The Live Ghost

Film Review by Dean Duncan Sep 10, 2015

Here we find Stan & Ollie playing a pair of shanghai-ers. It’s true that they were, themselves, somewhat pressed into this unsavoury service. On the other hand, they’re sure pitching in with a will. What nerve! It’s like making a pro-scab movie.

In other news, one of the impressed sailors turns out to be an utter drunk, who has a connection with the more or less unregenerate rummy played by the formidable Mae Busch. Eugene O’Neill’s Anna Christie had premiered a decade previous, with the film version being released quite recently. Charles Jackson/Billy Wilder’s wouldn’t come along for quite some time. Those two texts are very insightful about alcoholism and addiction, mindful of causes, with a measure of kindness for the afflicted.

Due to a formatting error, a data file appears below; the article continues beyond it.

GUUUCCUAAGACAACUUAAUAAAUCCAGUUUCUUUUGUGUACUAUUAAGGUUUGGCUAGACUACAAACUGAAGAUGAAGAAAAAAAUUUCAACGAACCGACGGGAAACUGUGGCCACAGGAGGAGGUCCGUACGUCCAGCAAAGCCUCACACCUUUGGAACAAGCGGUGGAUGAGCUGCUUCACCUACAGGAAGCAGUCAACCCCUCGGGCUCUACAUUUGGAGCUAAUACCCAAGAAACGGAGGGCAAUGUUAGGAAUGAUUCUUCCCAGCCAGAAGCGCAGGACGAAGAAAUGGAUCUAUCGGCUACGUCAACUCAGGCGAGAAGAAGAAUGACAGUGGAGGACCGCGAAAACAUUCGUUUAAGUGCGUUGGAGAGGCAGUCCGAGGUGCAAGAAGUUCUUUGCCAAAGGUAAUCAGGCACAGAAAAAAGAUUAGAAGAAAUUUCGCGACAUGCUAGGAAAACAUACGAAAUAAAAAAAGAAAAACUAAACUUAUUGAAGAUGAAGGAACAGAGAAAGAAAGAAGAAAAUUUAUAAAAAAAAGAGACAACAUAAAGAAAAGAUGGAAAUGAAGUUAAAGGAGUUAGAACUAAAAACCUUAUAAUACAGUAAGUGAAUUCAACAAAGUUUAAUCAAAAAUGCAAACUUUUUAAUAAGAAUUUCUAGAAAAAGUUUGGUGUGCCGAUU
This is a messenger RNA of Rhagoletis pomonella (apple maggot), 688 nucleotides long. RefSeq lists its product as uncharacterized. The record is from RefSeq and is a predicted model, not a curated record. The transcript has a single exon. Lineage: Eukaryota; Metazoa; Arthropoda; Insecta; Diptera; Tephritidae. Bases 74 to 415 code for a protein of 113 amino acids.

Alternatively, comic drunks are from forever. That’s the spectrum, more or less. But The Live Ghost is something else altogether. It isn’t really drawing upon the typed traditions of the commedia, or of the Music Hall. It has some of the naturalism of those other two texts, but environment and heredity are hardly the point. Rather, mercilessness, and unapologetically laughing at it. The film’s conclusion even ups that. Let’s just say that, inadvertent or no, Let the Right One In seems to have taken some inspiration from this unregenerate forebear. Yes, we’ll stand by our oft and o’er-repeated point that this is one of the sweetest outputs in the cinema. But once in a while …